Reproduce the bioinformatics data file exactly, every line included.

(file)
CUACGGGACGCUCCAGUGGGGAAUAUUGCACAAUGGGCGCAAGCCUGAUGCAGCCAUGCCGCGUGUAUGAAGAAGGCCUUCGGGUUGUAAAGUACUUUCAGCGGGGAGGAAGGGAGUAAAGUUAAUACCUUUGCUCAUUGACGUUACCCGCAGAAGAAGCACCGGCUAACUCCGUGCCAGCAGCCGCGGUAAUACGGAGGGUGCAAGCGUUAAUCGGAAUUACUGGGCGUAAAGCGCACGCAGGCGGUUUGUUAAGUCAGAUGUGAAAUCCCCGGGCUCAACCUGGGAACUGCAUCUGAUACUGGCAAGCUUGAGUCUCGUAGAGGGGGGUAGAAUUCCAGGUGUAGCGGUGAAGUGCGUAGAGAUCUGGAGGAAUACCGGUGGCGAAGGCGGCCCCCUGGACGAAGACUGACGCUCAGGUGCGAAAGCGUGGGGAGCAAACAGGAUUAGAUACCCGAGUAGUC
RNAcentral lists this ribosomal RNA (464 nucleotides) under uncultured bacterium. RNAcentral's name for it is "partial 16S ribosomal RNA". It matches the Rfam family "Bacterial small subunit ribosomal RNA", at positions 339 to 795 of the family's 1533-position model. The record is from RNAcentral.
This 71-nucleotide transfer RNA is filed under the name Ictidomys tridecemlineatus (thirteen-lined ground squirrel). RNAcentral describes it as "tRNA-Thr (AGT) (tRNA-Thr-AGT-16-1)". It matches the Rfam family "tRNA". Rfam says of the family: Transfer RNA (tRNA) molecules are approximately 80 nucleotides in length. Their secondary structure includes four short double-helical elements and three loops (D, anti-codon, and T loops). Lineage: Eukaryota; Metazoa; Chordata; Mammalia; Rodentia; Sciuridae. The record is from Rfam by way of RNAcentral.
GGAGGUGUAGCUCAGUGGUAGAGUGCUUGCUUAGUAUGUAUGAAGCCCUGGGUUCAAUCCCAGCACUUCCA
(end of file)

CUACGGGACGCUCCAGUGGGGAAUAUUGCACAAUGGGCGCAAGCCUGAUGCAGCCAUGCCGCGUGUAUGAAGAAGGCCUUCGGGUUGUAAAGUACUUUCAGCGGGGAGGAAGGGAGUAAAGUUAAUACCUUUGCUCAUUGACGUUACCCGCAGAAGAAGCACCGGCUAACUCCGUGCCAGCAGCCGCGGUAAUACGGAGGGUGCAAGCGUUAAUCGGAAUUACUGGGCGUAAAGCGCACGCAGGCGGUUUGUUAAGUCAGAUGUGAAAUCCCCGGGCUCAACCUGGGAACUGCAUCUGAUACUGGCAAGCUUGAGUCUCGUAGAGGGGGGUAGAAUUCCAGGUGUAGCGGUGAAGUGCGUAGAGAUCUGGAGGAAUACCGGUGGCGAAGGCGGCCCCCUGGACGAAGACUGACGCUCAGGUGCGAAAGCGUGGGGAGCAAACAGGAUUAGAUACCCGAGUAGUC
RNAcentral lists this ribosomal RNA (464 nucleotides) under uncultured bacterium. RNAcentral's name for it is "partial 16S ribosomal RNA". It matches the Rfam family "Bacterial small subunit ribosomal RNA", at positions 339 to 795 of the family's 1533-position model. The record is from RNAcentral.
This 71-nucleotide transfer RNA is filed under the name Ictidomys tridecemlineatus (thirteen-lined ground squirrel). RNAcentral describes it as "tRNA-Thr (AGT) (tRNA-Thr-AGT-16-1)". It matches the Rfam family "tRNA". Rfam says of the family: Transfer RNA (tRNA) molecules are approximately 80 nucleotides in length. Their secondary structure includes four short double-helical elements and three loops (D, anti-codon, and T loops). Lineage: Eukaryota; Metazoa; Chordata; Mammalia; Rodentia; Sciuridae. The record is from Rfam by way of RNAcentral.
GGAGGUGUAGCUCAGUGGUAGAGUGCUUGCUUAGUAUGUAUGAAGCCCUGGGUUCAAUCCCAGCACUUCCA